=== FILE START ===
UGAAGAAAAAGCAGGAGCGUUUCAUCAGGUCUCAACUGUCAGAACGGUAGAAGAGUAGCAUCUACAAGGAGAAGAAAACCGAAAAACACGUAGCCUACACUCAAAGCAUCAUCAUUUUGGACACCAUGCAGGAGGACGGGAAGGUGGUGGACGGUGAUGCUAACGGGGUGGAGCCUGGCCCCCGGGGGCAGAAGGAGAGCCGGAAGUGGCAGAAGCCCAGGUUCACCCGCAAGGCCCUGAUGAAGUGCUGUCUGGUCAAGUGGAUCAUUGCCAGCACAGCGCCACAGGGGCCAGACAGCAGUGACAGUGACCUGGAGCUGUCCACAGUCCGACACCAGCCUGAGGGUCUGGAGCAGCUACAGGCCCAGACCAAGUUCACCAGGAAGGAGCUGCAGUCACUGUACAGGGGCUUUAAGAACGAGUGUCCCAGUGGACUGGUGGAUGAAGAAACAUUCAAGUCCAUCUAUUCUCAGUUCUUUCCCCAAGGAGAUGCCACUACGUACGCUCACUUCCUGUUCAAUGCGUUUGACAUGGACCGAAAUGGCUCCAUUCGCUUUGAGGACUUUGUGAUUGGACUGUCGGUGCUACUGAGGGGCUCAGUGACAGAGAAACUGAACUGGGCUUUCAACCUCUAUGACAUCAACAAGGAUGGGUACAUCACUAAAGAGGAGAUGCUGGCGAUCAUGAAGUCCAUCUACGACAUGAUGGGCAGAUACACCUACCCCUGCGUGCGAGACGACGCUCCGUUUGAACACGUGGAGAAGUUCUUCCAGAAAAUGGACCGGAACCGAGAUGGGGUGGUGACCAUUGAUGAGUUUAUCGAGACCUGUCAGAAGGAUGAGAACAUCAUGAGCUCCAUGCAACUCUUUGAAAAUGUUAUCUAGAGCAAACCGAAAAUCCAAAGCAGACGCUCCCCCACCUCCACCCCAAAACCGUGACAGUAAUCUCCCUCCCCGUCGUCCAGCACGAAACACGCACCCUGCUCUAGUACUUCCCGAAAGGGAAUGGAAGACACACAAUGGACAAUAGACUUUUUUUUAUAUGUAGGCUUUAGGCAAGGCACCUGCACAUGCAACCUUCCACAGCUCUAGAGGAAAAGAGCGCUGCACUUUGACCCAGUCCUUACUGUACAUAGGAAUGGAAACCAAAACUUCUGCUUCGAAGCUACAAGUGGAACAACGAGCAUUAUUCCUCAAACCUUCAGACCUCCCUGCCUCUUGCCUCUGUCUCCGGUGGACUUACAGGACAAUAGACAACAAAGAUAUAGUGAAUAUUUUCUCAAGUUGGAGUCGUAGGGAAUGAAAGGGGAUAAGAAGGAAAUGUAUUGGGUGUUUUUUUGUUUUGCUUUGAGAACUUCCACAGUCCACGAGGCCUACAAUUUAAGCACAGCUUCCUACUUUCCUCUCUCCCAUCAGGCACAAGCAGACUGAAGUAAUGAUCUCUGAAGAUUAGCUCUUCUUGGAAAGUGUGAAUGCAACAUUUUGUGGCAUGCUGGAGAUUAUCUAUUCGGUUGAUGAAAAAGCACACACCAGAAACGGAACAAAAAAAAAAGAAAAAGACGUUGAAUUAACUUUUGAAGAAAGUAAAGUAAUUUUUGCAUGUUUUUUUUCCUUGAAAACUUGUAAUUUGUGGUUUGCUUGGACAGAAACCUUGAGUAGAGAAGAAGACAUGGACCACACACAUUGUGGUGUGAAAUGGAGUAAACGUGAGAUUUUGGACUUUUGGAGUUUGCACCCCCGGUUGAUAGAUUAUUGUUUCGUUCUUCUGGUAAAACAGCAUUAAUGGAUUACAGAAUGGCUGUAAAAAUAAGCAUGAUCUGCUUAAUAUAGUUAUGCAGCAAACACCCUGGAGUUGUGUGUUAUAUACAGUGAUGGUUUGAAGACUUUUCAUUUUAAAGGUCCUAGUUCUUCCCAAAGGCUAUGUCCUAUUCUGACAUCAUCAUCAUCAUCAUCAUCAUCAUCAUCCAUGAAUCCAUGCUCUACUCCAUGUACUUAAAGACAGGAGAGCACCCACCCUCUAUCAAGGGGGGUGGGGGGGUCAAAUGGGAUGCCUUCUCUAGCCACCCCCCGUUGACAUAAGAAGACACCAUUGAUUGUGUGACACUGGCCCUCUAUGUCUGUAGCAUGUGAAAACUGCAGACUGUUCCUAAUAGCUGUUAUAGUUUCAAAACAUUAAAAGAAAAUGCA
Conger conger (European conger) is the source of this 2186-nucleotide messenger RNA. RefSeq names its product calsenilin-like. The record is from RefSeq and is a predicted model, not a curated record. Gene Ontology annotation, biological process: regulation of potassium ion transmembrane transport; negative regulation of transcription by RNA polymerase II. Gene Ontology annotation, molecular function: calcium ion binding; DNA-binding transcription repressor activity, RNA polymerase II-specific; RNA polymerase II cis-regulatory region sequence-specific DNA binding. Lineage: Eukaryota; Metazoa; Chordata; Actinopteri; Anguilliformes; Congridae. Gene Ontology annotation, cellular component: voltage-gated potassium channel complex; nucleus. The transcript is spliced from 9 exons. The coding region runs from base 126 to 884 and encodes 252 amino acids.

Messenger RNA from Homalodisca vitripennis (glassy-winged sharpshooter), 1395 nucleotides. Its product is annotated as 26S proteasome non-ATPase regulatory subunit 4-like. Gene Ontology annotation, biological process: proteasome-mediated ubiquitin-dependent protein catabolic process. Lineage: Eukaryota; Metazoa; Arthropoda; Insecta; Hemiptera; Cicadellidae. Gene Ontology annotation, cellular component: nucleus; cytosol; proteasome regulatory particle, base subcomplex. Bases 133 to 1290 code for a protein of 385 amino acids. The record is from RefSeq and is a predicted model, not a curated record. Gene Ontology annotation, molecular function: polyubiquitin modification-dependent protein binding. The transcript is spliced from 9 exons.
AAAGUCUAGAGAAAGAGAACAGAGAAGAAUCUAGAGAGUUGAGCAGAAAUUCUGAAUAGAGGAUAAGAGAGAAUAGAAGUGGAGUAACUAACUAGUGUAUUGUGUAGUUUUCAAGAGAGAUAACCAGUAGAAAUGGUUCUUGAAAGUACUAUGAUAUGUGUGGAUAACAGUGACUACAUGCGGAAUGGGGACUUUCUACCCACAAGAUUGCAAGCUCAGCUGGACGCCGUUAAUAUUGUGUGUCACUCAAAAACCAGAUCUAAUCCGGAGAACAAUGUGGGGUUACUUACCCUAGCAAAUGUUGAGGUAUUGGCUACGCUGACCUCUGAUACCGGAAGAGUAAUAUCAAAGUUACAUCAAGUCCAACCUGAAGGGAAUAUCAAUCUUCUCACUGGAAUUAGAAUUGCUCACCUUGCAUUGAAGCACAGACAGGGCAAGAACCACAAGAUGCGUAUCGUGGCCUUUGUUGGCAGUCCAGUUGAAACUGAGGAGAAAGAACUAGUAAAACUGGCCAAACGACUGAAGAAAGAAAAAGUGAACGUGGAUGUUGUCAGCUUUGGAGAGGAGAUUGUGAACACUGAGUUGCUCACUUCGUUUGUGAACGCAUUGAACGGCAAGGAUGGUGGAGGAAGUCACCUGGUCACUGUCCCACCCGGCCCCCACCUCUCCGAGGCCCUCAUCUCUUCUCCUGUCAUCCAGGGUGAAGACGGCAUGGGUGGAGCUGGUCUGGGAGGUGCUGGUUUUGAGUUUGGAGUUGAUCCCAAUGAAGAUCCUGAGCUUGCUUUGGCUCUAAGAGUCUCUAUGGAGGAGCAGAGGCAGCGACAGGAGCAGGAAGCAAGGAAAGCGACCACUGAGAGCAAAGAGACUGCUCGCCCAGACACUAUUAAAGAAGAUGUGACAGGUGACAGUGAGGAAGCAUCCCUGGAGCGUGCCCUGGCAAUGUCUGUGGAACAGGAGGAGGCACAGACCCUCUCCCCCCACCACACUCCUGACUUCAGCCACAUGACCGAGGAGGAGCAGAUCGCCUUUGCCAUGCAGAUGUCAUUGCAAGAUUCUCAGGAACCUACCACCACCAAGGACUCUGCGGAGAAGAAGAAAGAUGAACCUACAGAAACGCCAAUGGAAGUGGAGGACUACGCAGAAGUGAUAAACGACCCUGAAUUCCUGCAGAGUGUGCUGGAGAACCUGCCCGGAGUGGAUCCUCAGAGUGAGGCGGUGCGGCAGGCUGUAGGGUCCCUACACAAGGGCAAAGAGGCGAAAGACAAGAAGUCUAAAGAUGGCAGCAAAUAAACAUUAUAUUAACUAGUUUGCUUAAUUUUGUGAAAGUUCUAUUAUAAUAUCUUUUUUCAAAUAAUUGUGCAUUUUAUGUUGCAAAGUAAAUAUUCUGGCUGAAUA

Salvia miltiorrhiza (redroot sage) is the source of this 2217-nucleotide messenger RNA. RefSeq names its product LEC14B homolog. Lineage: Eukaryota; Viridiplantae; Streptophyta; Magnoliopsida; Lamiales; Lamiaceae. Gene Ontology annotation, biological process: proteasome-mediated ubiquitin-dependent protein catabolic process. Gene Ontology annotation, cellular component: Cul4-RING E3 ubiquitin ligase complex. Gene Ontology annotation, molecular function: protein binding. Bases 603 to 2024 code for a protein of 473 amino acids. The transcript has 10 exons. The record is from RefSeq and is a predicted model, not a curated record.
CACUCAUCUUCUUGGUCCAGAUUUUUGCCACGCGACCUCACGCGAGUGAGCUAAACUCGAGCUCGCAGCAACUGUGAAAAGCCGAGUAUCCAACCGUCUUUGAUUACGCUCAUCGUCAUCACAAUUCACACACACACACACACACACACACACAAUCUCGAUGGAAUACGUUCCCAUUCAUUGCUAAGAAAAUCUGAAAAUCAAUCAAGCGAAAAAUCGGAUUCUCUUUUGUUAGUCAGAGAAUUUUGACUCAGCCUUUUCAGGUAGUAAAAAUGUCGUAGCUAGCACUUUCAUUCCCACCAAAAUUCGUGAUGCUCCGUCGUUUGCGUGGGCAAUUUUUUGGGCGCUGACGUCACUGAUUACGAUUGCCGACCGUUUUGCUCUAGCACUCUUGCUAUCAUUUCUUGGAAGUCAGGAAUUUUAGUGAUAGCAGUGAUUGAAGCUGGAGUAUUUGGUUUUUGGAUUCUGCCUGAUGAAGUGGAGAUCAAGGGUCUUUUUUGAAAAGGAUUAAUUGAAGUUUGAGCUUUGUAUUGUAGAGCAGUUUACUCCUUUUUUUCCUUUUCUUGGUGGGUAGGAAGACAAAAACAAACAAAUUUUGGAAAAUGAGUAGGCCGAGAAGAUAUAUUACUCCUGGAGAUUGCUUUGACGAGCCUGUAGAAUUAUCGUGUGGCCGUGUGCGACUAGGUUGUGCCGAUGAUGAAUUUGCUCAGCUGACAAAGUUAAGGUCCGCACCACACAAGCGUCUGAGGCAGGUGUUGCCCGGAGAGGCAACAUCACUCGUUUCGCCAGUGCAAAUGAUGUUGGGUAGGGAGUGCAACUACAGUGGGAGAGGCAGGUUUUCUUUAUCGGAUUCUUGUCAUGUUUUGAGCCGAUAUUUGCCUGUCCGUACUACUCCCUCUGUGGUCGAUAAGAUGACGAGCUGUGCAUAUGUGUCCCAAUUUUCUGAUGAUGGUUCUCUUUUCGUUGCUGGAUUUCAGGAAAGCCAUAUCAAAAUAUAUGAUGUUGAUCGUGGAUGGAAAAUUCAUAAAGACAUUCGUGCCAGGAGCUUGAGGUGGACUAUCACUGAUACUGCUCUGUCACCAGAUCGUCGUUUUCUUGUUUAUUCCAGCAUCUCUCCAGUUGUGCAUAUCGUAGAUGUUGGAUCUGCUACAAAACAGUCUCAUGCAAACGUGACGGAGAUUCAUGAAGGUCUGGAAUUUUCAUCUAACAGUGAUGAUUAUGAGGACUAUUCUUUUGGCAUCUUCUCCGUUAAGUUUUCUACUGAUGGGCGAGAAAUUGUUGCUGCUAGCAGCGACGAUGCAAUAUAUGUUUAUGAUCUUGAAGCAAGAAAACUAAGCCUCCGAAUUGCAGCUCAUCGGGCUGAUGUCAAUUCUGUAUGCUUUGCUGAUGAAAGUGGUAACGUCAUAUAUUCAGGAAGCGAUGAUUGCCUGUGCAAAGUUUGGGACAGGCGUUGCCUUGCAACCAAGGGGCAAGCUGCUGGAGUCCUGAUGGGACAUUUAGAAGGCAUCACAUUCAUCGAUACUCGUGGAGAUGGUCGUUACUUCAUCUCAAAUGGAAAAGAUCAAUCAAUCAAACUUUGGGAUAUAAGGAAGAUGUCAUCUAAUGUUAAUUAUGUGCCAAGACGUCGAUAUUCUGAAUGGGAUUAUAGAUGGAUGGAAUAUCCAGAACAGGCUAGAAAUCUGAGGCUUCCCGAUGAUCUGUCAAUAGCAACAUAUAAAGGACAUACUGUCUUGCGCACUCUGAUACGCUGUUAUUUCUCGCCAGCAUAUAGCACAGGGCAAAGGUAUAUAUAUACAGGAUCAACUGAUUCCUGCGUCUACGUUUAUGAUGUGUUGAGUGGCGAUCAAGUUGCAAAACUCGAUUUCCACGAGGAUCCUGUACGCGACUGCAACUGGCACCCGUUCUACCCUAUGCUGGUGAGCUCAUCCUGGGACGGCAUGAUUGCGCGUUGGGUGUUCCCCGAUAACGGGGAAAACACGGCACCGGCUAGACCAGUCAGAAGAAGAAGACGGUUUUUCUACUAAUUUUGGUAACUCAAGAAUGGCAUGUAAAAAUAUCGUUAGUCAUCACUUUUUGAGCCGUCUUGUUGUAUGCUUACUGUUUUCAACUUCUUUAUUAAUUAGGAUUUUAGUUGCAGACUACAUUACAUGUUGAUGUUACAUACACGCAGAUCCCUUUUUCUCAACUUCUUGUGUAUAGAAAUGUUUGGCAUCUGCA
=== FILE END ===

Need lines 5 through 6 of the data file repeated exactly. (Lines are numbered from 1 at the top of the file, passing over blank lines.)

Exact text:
Salvia miltiorrhiza (redroot sage) is the source of this 2217-nucleotide messenger RNA. RefSeq names its product LEC14B homolog. Lineage: Eukaryota; Viridiplantae; Streptophyta; Magnoliopsida; Lamiales; Lamiaceae. Gene Ontology annotation, biological process: proteasome-mediated ubiquitin-dependent protein catabolic process. Gene Ontology annotation, cellular component: Cul4-RING E3 ubiquitin ligase complex. Gene Ontology annotation, molecular function: protein binding. Bases 603 to 2024 code for a protein of 473 amino acids. The transcript has 10 exons. The record is from RefSeq and is a predicted model, not a curated record.
CACUCAUCUUCUUGGUCCAGAUUUUUGCCACGCGACCUCACGCGAGUGAGCUAAACUCGAGCUCGCAGCAACUGUGAAAAGCCGAGUAUCCAACCGUCUUUGAUUACGCUCAUCGUCAUCACAAUUCACACACACACACACACACACACACACAAUCUCGAUGGAAUACGUUCCCAUUCAUUGCUAAGAAAAUCUGAAAAUCAAUCAAGCGAAAAAUCGGAUUCUCUUUUGUUAGUCAGAGAAUUUUGACUCAGCCUUUUCAGGUAGUAAAAAUGUCGUAGCUAGCACUUUCAUUCCCACCAAAAUUCGUGAUGCUCCGUCGUUUGCGUGGGCAAUUUUUUGGGCGCUGACGUCACUGAUUACGAUUGCCGACCGUUUUGCUCUAGCACUCUUGCUAUCAUUUCUUGGAAGUCAGGAAUUUUAGUGAUAGCAGUGAUUGAAGCUGGAGUAUUUGGUUUUUGGAUUCUGCCUGAUGAAGUGGAGAUCAAGGGUCUUUUUUGAAAAGGAUUAAUUGAAGUUUGAGCUUUGUAUUGUAGAGCAGUUUACUCCUUUUUUUCCUUUUCUUGGUGGGUAGGAAGACAAAAACAAACAAAUUUUGGAAAAUGAGUAGGCCGAGAAGAUAUAUUACUCCUGGAGAUUGCUUUGACGAGCCUGUAGAAUUAUCGUGUGGCCGUGUGCGACUAGGUUGUGCCGAUGAUGAAUUUGCUCAGCUGACAAAGUUAAGGUCCGCACCACACAAGCGUCUGAGGCAGGUGUUGCCCGGAGAGGCAACAUCACUCGUUUCGCCAGUGCAAAUGAUGUUGGGUAGGGAGUGCAACUACAGUGGGAGAGGCAGGUUUUCUUUAUCGGAUUCUUGUCAUGUUUUGAGCCGAUAUUUGCCUGUCCGUACUACUCCCUCUGUGGUCGAUAAGAUGACGAGCUGUGCAUAUGUGUCCCAAUUUUCUGAUGAUGGUUCUCUUUUCGUUGCUGGAUUUCAGGAAAGCCAUAUCAAAAUAUAUGAUGUUGAUCGUGGAUGGAAAAUUCAUAAAGACAUUCGUGCCAGGAGCUUGAGGUGGACUAUCACUGAUACUGCUCUGUCACCAGAUCGUCGUUUUCUUGUUUAUUCCAGCAUCUCUCCAGUUGUGCAUAUCGUAGAUGUUGGAUCUGCUACAAAACAGUCUCAUGCAAACGUGACGGAGAUUCAUGAAGGUCUGGAAUUUUCAUCUAACAGUGAUGAUUAUGAGGACUAUUCUUUUGGCAUCUUCUCCGUUAAGUUUUCUACUGAUGGGCGAGAAAUUGUUGCUGCUAGCAGCGACGAUGCAAUAUAUGUUUAUGAUCUUGAAGCAAGAAAACUAAGCCUCCGAAUUGCAGCUCAUCGGGCUGAUGUCAAUUCUGUAUGCUUUGCUGAUGAAAGUGGUAACGUCAUAUAUUCAGGAAGCGAUGAUUGCCUGUGCAAAGUUUGGGACAGGCGUUGCCUUGCAACCAAGGGGCAAGCUGCUGGAGUCCUGAUGGGACAUUUAGAAGGCAUCACAUUCAUCGAUACUCGUGGAGAUGGUCGUUACUUCAUCUCAAAUGGAAAAGAUCAAUCAAUCAAACUUUGGGAUAUAAGGAAGAUGUCAUCUAAUGUUAAUUAUGUGCCAAGACGUCGAUAUUCUGAAUGGGAUUAUAGAUGGAUGGAAUAUCCAGAACAGGCUAGAAAUCUGAGGCUUCCCGAUGAUCUGUCAAUAGCAACAUAUAAAGGACAUACUGUCUUGCGCACUCUGAUACGCUGUUAUUUCUCGCCAGCAUAUAGCACAGGGCAAAGGUAUAUAUAUACAGGAUCAACUGAUUCCUGCGUCUACGUUUAUGAUGUGUUGAGUGGCGAUCAAGUUGCAAAACUCGAUUUCCACGAGGAUCCUGUACGCGACUGCAACUGGCACCCGUUCUACCCUAUGCUGGUGAGCUCAUCCUGGGACGGCAUGAUUGCGCGUUGGGUGUUCCCCGAUAACGGGGAAAACACGGCACCGGCUAGACCAGUCAGAAGAAGAAGACGGUUUUUCUACUAAUUUUGGUAACUCAAGAAUGGCAUGUAAAAAUAUCGUUAGUCAUCACUUUUUGAGCCGUCUUGUUGUAUGCUUACUGUUUUCAACUUCUUUAUUAAUUAGGAUUUUAGUUGCAGACUACAUUACAUGUUGAUGUUACAUACACGCAGAUCCCUUUUUCUCAACUUCUUGUGUAUAGAAAUGUUUGGCAUCUGCA